- Despite the downsides, we welcome several aspects of the trade deal. The establishment of a specific UK-New Zealand SPS Committee tasked with monitoring the implementation of the agreement and to provide a forum where parties can raise any concerns is welcome. The UK prides itself on high animal welfare and the NFU has committed to achieving net zero by 2040 in agriculture therefore we support the inclusion of the Animal Welfare and Environment chapters to help achieve this.
- We continue to welcome the government’s commitment to grow our exports of Great British food abroad. We support the government’s stated objectives in its Free Trade Agreement (FTA) negotiations to secure broad liberalisation of tariffs on a mutually beneficial basis, considering UK product sensitivities, including in agriculture.
- However, whilst we welcome the governments ambitious approach to trade deals, we are deeply disappointed that the sectors predicted to be damaged in this trade deal are the agriculture, forestry, fishing, and semi processed food sectors. These sectors are expected to see a reduction in GVA of £48 million and £97 million respectively. The government notes that ‘these sectors may grow in the future’. However, the cumulative impacts of both the Australia (where agriculture and the semi processed food sectors were predicted to be damaged by £94 million and £225 million respectively) and New Zeland trade deals appear deeply concerning for UK farmers and growers who pride themselves in their industry and exceptionally high welfare standards.
- Once again British growers and producers are being asked to compete directly with some of the foremost producers and agricultural exporters in the world without the necessary resources to compete effectively. Investment in research is a core element of New Zealand’s agri-food export strategy, for example its industry has made vast strides towards increasing the shelf life of their products whilst in transit. It has invested heavily in ‘super chilled’ container ships to extend the shelf life of their lamb from 28 days to 60 days. By comparison Meat Promotion Wales has used similar innovative techniques to achieve an extended shelf life of Welsh Lamb of 33 days.
- This commitment by the government and its industry to the progression and competitiveness of New Zealand agriculture is to be applauded. In order that the UK may hope to compete fairly and realise opportunities in overseas growth markets, similar investment must be made by our government to improve our match readiness.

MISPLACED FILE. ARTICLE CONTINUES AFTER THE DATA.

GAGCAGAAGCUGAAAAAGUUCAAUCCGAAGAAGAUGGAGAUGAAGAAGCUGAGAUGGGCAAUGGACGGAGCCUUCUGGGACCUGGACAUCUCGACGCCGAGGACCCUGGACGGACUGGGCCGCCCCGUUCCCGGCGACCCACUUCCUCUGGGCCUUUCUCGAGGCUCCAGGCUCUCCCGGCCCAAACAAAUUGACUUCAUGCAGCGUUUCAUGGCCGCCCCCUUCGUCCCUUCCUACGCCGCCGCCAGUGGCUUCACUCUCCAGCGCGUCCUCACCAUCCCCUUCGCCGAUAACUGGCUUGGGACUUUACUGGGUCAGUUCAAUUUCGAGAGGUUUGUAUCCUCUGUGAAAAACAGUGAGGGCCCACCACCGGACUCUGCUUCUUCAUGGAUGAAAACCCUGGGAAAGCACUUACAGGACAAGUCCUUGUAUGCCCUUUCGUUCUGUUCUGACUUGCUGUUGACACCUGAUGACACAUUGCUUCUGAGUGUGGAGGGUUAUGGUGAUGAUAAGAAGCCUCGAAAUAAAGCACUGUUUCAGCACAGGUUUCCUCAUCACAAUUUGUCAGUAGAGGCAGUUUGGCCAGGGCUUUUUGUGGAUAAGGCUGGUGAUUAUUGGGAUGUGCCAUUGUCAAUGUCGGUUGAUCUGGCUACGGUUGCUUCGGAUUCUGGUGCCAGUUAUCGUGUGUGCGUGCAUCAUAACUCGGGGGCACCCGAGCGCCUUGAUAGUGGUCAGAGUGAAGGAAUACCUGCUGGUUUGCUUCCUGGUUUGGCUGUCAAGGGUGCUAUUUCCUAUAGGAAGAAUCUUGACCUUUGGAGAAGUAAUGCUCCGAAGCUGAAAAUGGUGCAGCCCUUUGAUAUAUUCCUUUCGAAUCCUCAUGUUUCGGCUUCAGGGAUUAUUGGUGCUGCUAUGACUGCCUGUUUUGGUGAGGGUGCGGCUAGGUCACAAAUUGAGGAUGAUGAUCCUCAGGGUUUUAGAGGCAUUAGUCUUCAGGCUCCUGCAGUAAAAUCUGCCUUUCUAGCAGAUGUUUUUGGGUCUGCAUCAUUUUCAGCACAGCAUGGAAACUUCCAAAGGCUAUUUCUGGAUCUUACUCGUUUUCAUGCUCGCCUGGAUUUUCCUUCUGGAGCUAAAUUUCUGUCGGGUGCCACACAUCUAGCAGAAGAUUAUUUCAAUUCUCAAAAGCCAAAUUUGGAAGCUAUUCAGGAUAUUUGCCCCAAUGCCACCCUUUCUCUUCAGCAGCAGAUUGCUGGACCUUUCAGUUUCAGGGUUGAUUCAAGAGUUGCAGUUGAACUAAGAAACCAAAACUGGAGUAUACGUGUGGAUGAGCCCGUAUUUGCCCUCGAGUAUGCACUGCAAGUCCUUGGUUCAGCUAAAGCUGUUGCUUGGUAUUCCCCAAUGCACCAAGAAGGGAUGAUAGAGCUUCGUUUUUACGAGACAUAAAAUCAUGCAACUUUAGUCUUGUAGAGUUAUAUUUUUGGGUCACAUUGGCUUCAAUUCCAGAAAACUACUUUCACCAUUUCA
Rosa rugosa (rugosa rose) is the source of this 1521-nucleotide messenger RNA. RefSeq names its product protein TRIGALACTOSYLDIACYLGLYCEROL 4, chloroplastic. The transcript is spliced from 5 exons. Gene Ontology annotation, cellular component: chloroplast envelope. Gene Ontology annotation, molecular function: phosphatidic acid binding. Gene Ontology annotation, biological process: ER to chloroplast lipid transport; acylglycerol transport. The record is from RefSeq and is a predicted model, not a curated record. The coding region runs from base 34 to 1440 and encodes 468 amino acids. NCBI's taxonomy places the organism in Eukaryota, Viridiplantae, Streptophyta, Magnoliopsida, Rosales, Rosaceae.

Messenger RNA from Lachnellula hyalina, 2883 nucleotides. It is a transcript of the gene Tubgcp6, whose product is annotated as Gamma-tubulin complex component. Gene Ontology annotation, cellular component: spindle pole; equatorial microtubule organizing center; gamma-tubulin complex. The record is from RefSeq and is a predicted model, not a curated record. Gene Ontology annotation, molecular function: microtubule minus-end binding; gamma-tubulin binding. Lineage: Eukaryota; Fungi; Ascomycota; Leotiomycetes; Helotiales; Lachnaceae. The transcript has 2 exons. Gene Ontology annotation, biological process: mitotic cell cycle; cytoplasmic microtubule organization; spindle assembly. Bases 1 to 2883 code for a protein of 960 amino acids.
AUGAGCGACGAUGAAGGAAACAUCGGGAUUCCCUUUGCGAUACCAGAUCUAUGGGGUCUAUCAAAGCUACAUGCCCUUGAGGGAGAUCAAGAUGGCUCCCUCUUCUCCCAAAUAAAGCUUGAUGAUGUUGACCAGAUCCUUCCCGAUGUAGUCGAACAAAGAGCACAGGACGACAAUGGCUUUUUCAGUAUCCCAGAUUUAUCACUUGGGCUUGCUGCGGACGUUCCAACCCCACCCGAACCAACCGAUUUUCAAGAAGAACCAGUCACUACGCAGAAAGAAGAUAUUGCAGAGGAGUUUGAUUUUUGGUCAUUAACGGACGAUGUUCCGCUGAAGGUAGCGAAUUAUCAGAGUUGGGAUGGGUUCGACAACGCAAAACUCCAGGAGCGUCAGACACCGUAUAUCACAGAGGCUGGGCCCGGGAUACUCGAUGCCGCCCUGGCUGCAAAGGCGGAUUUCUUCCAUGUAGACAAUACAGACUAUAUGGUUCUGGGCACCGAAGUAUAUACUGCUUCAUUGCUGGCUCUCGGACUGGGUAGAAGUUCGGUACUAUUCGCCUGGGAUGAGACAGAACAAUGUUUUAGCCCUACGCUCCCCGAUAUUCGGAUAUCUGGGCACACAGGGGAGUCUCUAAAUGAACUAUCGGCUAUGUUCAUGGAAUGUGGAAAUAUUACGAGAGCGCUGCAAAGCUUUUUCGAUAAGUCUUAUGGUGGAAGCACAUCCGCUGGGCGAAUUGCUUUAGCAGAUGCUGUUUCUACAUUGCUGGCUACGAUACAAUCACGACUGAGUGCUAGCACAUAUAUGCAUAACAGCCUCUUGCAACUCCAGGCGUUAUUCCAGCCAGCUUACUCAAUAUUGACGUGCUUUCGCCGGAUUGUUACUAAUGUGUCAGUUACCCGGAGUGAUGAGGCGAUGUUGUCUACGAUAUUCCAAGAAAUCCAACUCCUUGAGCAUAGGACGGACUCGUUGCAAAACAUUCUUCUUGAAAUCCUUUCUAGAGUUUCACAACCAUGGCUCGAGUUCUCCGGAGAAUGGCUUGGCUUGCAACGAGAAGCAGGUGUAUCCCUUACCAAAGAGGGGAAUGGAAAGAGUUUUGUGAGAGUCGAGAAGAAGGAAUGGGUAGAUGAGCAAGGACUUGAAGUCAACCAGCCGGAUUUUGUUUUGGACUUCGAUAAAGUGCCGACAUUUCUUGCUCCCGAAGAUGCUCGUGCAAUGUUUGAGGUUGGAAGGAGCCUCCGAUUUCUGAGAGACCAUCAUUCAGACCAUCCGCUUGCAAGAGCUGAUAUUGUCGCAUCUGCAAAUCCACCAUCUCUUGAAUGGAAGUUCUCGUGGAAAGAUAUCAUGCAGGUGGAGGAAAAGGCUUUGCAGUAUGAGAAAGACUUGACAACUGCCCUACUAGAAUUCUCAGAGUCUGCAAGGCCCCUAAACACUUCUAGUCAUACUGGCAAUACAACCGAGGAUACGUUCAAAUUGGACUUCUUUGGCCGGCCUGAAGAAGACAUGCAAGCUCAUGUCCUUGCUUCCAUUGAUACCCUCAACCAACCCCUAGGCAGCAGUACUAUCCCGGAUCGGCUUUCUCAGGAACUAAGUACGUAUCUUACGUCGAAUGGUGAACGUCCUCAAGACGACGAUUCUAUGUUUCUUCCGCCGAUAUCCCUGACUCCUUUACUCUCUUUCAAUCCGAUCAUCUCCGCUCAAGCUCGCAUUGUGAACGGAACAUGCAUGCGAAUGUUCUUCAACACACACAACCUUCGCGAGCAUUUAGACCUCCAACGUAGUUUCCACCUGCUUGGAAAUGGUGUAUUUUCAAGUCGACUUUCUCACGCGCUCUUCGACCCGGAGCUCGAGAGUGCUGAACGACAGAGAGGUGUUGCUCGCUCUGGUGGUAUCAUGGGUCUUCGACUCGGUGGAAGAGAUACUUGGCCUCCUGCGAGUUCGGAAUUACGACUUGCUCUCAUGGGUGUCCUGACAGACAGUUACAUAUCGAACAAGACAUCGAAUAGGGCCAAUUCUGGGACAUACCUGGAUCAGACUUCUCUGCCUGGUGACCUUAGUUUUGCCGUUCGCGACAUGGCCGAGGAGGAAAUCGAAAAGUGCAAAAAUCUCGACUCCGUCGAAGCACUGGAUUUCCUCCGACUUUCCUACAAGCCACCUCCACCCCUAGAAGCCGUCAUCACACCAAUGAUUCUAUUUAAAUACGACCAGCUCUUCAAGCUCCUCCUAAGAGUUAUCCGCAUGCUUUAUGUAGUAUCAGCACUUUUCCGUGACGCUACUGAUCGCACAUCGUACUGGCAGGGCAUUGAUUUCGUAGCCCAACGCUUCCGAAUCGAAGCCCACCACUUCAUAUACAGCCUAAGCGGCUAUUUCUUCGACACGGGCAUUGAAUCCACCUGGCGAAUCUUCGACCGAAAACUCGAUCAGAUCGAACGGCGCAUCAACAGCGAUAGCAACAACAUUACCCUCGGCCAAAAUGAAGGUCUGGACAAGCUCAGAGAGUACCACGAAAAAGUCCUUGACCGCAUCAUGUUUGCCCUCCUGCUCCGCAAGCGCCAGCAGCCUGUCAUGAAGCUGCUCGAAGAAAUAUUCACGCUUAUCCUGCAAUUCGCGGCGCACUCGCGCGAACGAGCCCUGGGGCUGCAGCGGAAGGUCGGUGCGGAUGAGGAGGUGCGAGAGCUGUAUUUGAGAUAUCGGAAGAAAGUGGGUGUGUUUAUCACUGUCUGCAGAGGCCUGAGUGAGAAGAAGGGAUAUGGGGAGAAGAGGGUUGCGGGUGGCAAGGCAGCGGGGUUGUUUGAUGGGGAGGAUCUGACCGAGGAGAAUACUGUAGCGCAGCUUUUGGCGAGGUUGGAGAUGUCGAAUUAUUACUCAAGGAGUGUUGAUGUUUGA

To what extent has the government achieved its stated negotiating objectives or delivered on the agreement in principle?
- The government has successfully achieved its stated negotiation objective of reducing barriers to trade in goods, although this is to the potential detriment of UK farmers and growers.
- Trade between the two nations is currently relatively limited and predominately focused on a select number of product lines. Removing tariffs across all agri-food products is likely to facilitate growth within product categories where tarrifs were previously seen as a barrier and within sectors where the exporting nation is highly competitive, for example within the red meat sector where the UK’s MFN tariffs range from 65-113% for beef and 38-62% for lamb.
- From an agricultural perspective the UK Government has agreed to eliminate tariffs on New Zealand imports, although they will be phased out over a period of years on some products. Tarrifs on beef will be eliminated after 10 years, with a further 5 years when a product specific safeguard for beef foresees the possibility of introducing a 20% tariff on volumes above a defined volume trigger. For lamb, tariffs are eliminated after 15 years. Tariffs on cheese and butter will be eliminated over a period of 5 years and tariffs on fresh apples will be eliminated over 3 years.